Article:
"It’s a mystery!": A case study of implementing forensic science into preschool as scientific inquiry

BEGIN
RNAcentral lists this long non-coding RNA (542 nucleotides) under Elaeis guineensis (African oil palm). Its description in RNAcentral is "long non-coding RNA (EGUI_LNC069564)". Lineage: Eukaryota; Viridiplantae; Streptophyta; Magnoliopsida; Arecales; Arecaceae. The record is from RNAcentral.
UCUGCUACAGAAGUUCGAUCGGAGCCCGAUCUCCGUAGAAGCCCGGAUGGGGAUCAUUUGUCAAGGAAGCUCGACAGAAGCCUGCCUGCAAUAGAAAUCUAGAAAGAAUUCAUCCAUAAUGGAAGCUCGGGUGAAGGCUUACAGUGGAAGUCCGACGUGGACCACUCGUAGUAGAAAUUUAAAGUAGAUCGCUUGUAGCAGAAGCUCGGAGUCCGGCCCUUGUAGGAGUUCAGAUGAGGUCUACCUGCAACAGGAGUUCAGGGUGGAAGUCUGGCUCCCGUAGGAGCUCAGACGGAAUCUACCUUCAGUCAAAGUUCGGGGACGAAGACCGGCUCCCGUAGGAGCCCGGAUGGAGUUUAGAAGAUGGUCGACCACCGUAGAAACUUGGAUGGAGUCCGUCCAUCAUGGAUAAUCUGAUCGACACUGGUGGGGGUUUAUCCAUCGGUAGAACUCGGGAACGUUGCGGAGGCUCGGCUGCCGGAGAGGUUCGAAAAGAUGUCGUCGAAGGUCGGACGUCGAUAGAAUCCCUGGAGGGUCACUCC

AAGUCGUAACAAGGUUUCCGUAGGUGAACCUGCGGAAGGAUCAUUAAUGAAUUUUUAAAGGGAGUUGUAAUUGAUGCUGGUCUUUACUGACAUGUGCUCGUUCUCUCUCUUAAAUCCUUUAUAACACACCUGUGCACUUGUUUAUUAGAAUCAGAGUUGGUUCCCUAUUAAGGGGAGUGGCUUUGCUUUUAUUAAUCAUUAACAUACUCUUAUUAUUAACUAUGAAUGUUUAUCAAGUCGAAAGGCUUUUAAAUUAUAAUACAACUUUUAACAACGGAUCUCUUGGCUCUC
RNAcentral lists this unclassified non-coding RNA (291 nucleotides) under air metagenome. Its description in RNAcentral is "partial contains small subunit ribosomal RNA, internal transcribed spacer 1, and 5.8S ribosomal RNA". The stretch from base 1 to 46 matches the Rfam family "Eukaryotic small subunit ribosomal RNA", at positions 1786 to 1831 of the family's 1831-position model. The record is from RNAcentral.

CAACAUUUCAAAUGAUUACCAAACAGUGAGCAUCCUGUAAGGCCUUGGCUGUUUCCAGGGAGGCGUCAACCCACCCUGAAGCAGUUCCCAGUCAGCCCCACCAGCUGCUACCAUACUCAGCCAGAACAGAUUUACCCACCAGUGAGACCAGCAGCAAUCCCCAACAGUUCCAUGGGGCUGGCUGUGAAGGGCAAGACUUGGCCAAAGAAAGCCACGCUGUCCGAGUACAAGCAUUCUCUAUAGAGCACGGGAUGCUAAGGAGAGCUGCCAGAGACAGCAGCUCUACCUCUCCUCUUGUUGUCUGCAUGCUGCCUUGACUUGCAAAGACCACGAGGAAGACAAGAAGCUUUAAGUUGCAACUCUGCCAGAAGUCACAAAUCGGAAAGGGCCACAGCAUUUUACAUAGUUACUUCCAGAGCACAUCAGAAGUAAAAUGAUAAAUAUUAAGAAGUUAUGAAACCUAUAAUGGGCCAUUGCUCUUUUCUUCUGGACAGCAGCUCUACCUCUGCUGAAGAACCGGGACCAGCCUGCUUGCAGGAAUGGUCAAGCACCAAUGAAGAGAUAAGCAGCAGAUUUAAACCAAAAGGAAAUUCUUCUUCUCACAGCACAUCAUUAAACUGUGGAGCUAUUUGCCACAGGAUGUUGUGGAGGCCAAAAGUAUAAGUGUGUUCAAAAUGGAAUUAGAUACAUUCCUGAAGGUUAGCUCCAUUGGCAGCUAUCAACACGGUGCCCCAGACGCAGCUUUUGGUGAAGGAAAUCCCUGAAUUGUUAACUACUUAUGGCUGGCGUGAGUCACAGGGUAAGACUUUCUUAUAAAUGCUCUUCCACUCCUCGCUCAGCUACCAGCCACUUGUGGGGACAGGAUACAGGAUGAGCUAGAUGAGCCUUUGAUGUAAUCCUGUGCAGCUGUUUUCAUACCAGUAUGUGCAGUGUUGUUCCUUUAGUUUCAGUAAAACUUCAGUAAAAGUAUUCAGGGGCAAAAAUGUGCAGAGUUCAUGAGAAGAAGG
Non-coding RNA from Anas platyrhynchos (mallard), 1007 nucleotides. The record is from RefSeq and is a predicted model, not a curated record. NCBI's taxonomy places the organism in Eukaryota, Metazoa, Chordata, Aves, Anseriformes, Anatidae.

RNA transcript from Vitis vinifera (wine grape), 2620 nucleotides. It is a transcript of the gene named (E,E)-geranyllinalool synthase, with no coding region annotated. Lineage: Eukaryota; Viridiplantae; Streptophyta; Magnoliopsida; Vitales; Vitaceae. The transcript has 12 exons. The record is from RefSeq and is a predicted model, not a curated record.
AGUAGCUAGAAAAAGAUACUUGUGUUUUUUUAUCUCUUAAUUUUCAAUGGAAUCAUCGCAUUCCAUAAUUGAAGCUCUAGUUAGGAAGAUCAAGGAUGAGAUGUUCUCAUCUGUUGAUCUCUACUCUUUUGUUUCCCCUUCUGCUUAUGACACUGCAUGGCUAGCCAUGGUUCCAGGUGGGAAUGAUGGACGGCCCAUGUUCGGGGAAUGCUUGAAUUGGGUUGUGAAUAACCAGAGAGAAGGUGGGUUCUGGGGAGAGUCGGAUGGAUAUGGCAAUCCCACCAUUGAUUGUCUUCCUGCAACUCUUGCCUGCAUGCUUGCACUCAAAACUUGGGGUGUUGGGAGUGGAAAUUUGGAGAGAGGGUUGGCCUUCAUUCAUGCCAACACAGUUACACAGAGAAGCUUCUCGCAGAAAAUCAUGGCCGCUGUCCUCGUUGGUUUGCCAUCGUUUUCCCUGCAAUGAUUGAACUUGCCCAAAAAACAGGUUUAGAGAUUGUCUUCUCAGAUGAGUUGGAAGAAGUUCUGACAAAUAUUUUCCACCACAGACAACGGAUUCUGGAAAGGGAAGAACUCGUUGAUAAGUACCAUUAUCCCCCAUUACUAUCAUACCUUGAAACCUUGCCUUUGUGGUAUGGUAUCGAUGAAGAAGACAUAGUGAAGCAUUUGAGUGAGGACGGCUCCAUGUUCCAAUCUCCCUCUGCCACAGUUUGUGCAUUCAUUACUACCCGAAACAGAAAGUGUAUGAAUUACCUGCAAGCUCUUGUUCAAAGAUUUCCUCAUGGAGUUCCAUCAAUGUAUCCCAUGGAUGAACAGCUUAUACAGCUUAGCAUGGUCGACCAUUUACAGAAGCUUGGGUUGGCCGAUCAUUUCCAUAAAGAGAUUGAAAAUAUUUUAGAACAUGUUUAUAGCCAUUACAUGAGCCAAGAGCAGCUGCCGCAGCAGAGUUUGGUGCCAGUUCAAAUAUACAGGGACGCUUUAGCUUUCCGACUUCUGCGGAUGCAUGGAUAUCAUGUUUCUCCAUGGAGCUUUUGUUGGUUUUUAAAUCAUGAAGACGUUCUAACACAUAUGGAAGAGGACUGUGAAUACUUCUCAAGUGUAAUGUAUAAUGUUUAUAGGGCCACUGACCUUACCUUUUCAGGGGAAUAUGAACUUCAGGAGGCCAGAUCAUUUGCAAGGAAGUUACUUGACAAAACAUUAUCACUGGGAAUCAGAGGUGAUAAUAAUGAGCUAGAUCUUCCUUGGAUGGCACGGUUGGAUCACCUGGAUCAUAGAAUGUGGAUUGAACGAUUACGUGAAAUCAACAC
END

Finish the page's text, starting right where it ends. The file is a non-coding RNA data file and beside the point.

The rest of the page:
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Children have immense curiosity, a thirst for knowledge and a questioning attitude. They are innate scientists. The challenge for early childhood educators is to fuel this curiosity through the provision of appropriate learning experiences and an engaging environment within early learning centres. This paper presents a detailed case study of how a pre-service teacher implemented forensic science as a form of scientific inquiry, in a preschool classroom for four-year-old children. Using the theme of 'We’re going on a (forensic) bear hunt!', a series of integrated and engaging experiences was delivered that allowed the children to solve the class mystery of who left behind the (bear) footprints. This paper describes the concept, process and skills of scientific inquiry, outlines the basic principle of forensic science, provides a detailed description of the children’s learning experiences, and interprets these experiences in relation to developing children’s scientific inquiry skills: exploring and predicting, observing and recording, using equipment, using observation as evidence, and representing and communicating. It also illustrates how young children can readily engage in inquiry-based learning; educators, however, must provide the opportunities and support to stimulate this learning. In summary, the paper argues that a complex topic such as forensic science can be successfully implemented with young children, highlighting the competence of these children.
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